We can work on continuing to make the systems more energy-efficient by bringing the power consumption down, but ultimately something’s gotta change. I’m extrapolating from the top part of the list and that’s the part of the list that’s increasing the fastest in terms of its energy-efficiency. As we extrapolate those numbers out, the estimate is 300-400 MW for an exaflop system right now.

GCR: Could systems like Eurotech and Beacon maintain their FLOPS-per-watt at scale?

Feng: Probably not – as you grow in size, efficiencies will start to drop. Just like with a car – as the car gets bigger, there is additional overhead, more parts to keep moving and you need more power to start it and slow it down. So the numbers I’m giving you right now are a projection of the best case scenario, but the hope is that technologically, there may be something out there that can help us get the power consumption down.

GCR: What do you think of the energy efficiency profile of the Tianhe-2 system?

Feng: It’s pretty good. It’s along the lines of many of the other Xeon Phi based systems. On the last list, the only Xeon Phi based system that was around 2.5 gigaflops-per-watt was the Beacon machine, and that was because it was heavily tuned. If you look more carefully and look at where the large swath of Phi systems were on the last list, and you ignore the number one machine, most of the machines were at the 1.9 gigaflops-per-watt area and that’s where the Tianhe-2 supercomputer is, so it’s about what is expected.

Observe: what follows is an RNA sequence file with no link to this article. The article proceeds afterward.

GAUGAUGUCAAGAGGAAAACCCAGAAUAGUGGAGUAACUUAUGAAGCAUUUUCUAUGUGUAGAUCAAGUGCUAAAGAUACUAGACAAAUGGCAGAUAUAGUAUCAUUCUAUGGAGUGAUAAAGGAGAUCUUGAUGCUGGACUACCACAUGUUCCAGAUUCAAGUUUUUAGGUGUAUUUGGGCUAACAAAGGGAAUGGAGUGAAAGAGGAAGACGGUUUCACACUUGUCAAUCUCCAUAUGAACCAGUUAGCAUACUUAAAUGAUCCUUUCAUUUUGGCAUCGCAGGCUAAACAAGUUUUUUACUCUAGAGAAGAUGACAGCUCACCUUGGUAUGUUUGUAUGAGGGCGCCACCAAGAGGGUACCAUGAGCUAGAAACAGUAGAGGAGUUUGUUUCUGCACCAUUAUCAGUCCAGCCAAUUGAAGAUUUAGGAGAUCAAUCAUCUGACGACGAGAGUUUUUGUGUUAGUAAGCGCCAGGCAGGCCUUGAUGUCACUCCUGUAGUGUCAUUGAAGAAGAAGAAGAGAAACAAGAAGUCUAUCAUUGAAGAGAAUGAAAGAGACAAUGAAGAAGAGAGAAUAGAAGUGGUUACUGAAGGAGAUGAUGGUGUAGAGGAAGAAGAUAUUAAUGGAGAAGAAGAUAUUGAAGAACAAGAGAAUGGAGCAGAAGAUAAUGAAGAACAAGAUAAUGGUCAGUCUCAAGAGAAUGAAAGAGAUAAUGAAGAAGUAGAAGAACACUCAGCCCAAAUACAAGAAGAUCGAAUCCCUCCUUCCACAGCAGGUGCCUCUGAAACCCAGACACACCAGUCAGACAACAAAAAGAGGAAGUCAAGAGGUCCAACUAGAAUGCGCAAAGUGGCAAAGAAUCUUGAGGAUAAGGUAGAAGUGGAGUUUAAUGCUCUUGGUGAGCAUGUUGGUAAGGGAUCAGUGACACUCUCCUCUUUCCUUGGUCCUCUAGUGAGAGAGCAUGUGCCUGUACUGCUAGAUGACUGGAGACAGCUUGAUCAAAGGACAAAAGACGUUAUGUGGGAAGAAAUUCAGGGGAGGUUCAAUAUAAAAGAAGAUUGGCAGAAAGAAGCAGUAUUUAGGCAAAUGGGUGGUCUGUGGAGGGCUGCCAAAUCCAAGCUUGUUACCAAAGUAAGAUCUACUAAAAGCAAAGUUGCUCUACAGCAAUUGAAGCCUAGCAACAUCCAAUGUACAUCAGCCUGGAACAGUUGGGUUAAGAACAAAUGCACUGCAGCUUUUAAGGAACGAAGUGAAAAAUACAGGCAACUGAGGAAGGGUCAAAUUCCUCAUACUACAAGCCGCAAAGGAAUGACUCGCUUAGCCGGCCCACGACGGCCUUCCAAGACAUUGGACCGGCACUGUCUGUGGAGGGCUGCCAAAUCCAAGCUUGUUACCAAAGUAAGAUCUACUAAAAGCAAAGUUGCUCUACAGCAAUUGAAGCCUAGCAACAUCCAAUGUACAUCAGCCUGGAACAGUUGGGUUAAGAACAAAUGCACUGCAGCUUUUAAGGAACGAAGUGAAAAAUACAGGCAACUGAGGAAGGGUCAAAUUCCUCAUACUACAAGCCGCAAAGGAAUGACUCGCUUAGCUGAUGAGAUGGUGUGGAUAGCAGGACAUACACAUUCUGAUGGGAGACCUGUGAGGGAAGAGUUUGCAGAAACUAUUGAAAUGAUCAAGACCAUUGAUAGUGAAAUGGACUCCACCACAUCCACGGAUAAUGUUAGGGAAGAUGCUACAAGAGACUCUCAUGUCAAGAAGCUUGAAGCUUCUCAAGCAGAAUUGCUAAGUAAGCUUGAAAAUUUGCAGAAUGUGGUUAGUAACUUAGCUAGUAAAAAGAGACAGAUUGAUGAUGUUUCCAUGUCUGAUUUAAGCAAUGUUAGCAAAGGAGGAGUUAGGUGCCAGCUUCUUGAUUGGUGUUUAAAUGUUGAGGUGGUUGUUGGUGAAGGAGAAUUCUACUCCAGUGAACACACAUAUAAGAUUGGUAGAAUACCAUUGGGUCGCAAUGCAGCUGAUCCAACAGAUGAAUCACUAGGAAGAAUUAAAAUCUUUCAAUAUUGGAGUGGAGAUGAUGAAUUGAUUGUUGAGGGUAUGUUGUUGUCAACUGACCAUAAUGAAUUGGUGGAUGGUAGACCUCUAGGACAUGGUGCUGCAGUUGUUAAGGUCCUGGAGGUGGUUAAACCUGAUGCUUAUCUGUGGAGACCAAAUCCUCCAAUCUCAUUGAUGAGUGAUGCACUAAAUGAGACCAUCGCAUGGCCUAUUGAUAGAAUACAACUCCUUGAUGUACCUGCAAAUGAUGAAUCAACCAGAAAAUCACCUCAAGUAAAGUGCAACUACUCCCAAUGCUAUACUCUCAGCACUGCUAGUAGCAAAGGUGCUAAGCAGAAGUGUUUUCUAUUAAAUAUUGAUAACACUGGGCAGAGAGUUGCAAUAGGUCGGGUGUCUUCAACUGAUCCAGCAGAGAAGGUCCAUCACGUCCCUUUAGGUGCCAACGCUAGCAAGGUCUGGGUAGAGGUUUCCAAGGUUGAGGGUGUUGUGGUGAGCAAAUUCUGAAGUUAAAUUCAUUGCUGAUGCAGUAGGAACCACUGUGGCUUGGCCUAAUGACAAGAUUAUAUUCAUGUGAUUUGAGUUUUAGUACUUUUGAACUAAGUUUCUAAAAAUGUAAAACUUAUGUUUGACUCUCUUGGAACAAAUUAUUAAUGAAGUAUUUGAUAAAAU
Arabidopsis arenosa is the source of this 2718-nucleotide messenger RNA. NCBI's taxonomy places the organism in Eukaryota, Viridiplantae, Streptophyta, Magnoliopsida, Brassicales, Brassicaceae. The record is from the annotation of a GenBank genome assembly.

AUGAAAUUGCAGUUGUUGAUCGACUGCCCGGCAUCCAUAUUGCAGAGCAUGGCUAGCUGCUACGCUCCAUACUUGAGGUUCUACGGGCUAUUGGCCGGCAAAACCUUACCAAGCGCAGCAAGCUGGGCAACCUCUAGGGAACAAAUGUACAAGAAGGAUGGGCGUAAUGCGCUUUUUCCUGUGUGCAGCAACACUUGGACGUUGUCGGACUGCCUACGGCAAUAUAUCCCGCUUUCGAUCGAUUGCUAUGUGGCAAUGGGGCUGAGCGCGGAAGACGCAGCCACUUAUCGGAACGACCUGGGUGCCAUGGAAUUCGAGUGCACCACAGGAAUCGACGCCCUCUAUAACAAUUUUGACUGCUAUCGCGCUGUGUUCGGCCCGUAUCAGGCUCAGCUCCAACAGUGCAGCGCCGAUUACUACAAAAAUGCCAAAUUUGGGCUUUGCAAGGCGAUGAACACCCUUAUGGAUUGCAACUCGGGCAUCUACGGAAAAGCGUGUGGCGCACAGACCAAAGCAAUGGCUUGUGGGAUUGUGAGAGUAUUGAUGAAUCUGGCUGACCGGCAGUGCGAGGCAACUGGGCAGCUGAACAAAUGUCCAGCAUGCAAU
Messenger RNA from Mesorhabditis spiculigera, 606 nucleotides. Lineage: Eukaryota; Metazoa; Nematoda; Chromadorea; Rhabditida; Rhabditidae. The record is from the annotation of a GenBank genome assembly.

GCR: Is it fair to compare low-core-count machines with high-core-count machines, for example comparing Eurotech with Titan?

Feng: It’s much the same as we view the energy-efficiency of cars. So there’s a minimum bar in terms of what you would consider a car that’s drivable, and just like the Green500, applicants need to meet some minimum performance benchmark to be considered a supercomputer. Typically as cars get bigger or as computers get bigger, you would expect that the energy efficiency would go down. So usually when you get more and more cores, you have to have more networking, and there’s more data movement, and with the network infrastructure and all that overhead to keep the bigger machine running it’s going to be less efficient.

GCR: Final question. I noticed that Eurora had different metrics on the TOP500 versus the Green500, the Rmax was slightly higher and the energy was quite a bit higher.

Feng: When teams submit to the Green500 they submit a Linpack run that is at least as fast as the entry point into the TOP500, but they may wish to run in a more energy-efficient mode, and so when they do that, they’ll get a lower performance number, but they’ll often times get a significantly lower power number, thus improving their energy efficiency.

GCR: Thank you for clarifying that.

Feng: Think about it this way again, think about it with respect to cars. If you’re going 72 miles per hour and you have a lot of wind you’re driving into, and you cut your speed down to 70 miles per hour, your fuel efficiency is going to go up. If you do the same thing with a computer, you take some edge off the the performance, and your energy efficiency is going to improve.